Our LGBTQ Staff and Black, Asian and Minority Ethnic Staff Forums tell us the significance of the Progress flag and why the University is proud to fly it.

At Essex, we celebrate diversity, challenge inequality and are committed to fostering an inclusive environment where members of our LGBTQ+ communities feel safe and supported.

Since 2017, the University has flown the Rainbow flag on Colchester Campus for LGBT+ History Month (February) and Pride Month (June). From this point on, we will replace this with the Progress flag.

What is the Progress flag?

The Progress Flag was designed by Daniel Quasar, who created it to represent the diversity within the LGBTQ+ community. The flag builds upon the Rainbow flag with the addition of five coloured chevrons. The black and brown lines represent Black, Asian, and Minority Ethnic LGBTQ+ people and the baby blue, pink and white lines incorporate colours used for the Transgender Pride flag.

Why now?

We are committed to ensuring equality and support for our LGBTQ staff and students. We recognise that the discrimination experienced by LGBTQ people can be exacerbated by racism and discrimination based on other characteristics.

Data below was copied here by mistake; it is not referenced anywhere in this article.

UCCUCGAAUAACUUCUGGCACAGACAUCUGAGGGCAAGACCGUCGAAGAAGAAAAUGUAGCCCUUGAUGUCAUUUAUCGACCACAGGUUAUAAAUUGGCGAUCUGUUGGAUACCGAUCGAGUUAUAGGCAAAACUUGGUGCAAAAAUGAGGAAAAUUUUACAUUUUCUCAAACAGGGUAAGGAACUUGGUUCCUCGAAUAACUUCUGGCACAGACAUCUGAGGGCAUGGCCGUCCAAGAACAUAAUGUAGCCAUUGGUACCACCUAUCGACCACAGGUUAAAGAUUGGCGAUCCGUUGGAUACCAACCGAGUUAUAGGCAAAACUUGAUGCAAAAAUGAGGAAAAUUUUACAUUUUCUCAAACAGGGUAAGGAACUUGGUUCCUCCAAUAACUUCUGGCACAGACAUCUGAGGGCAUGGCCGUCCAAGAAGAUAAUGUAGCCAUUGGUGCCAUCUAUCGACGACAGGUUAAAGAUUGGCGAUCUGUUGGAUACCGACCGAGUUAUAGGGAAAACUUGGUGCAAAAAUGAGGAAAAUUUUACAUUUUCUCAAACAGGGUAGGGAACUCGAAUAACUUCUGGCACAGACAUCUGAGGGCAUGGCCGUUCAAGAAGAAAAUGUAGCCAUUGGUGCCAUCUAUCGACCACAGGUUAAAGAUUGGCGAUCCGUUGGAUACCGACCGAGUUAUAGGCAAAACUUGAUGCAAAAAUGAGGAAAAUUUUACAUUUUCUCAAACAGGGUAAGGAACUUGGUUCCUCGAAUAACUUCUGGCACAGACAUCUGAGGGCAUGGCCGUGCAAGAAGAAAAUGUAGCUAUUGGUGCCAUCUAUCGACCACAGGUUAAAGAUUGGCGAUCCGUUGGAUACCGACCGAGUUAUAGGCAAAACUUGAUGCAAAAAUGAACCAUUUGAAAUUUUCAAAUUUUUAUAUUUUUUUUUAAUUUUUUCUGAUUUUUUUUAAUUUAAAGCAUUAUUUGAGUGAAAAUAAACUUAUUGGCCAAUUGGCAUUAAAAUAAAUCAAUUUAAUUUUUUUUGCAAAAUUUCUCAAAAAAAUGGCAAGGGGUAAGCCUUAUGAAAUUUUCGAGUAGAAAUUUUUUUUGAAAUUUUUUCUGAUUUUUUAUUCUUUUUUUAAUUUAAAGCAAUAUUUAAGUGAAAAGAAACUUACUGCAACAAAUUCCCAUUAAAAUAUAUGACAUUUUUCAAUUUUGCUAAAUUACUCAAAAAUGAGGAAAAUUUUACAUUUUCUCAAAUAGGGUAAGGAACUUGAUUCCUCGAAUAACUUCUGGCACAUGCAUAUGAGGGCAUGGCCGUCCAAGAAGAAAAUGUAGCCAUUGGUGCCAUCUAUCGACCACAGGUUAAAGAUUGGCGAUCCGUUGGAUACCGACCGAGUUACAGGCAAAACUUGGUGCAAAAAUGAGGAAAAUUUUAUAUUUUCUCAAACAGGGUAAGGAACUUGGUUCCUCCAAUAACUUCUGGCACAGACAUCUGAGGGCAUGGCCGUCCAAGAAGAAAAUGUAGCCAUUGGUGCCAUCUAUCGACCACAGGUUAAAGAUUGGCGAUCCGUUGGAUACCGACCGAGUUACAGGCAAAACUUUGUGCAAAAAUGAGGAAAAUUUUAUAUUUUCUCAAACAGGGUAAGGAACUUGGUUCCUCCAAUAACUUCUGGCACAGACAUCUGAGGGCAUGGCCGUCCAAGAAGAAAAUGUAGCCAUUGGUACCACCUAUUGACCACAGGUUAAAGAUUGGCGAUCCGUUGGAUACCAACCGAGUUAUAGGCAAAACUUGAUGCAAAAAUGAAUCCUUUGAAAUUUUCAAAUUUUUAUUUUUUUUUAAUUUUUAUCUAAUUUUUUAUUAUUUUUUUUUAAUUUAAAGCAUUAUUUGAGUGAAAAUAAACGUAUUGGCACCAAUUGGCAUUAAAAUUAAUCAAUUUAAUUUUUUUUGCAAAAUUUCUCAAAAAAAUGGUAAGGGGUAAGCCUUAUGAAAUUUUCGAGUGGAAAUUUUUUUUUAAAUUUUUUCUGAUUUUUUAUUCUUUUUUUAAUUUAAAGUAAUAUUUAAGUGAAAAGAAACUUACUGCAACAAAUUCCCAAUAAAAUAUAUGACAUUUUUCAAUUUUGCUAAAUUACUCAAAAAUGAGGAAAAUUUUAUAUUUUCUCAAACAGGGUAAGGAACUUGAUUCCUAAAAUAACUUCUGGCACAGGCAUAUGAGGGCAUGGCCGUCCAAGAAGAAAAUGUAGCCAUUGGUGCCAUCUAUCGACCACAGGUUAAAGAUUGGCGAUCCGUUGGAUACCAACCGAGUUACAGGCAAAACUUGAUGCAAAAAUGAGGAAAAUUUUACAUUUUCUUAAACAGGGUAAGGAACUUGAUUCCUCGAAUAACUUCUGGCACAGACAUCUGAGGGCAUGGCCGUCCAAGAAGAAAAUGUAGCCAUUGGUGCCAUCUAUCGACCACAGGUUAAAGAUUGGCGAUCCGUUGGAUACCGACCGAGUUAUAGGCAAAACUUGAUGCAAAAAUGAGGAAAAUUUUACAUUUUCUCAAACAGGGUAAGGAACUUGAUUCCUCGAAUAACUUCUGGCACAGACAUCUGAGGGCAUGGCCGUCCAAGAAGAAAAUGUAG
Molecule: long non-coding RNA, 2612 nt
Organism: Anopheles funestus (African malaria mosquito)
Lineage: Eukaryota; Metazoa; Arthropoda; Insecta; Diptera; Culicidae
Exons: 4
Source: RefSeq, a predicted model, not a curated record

Flying the Progress flag is important to us, as we want to show our commitment to including all LGBTQ+ people, and to ensure that those who may be most marginalised have a visible presence and are celebrated within our community.

Supporting you

The University is committed to establishing an environment that is free from harassment or bullying. Reports of harassment, including homophobia, biphobia, transphobia and racism, can be reported through Report and Support.

Who we are

Ongoing areas of work to tackle racism and ensure LGBTQ staff and student inclusion are supported by our University Inclusion Champions: Professor Moya Lloyd (Inclusion Champion- Sexual Orientation), Professor Christine Raines (Inclusion Champion- Trans) and Professor Madeline Eacott (Inclusion Champion- Race).

Get involved

LGBTQ staff support can be found on our Staff Directory, and information on how to support LGBTQ students is also available.

The LGBTQ Staff Forum is a community group, made up of LGBTQ staff and PhD students, who offer each other informal peer support, share LGBTQ resources and set up social activities for the LGBTQ community within the University.

The Black, Asian and Minority Ethnic Staff Forum is a community group made up of staff (including academic staff, professional services and PhD students) who identify as Black, Asian and Minority Ethnic. The aim of the Forum is to provide a place to share experiences, discuss ideas and visions, as well as to provide support for colleagues where this is needed.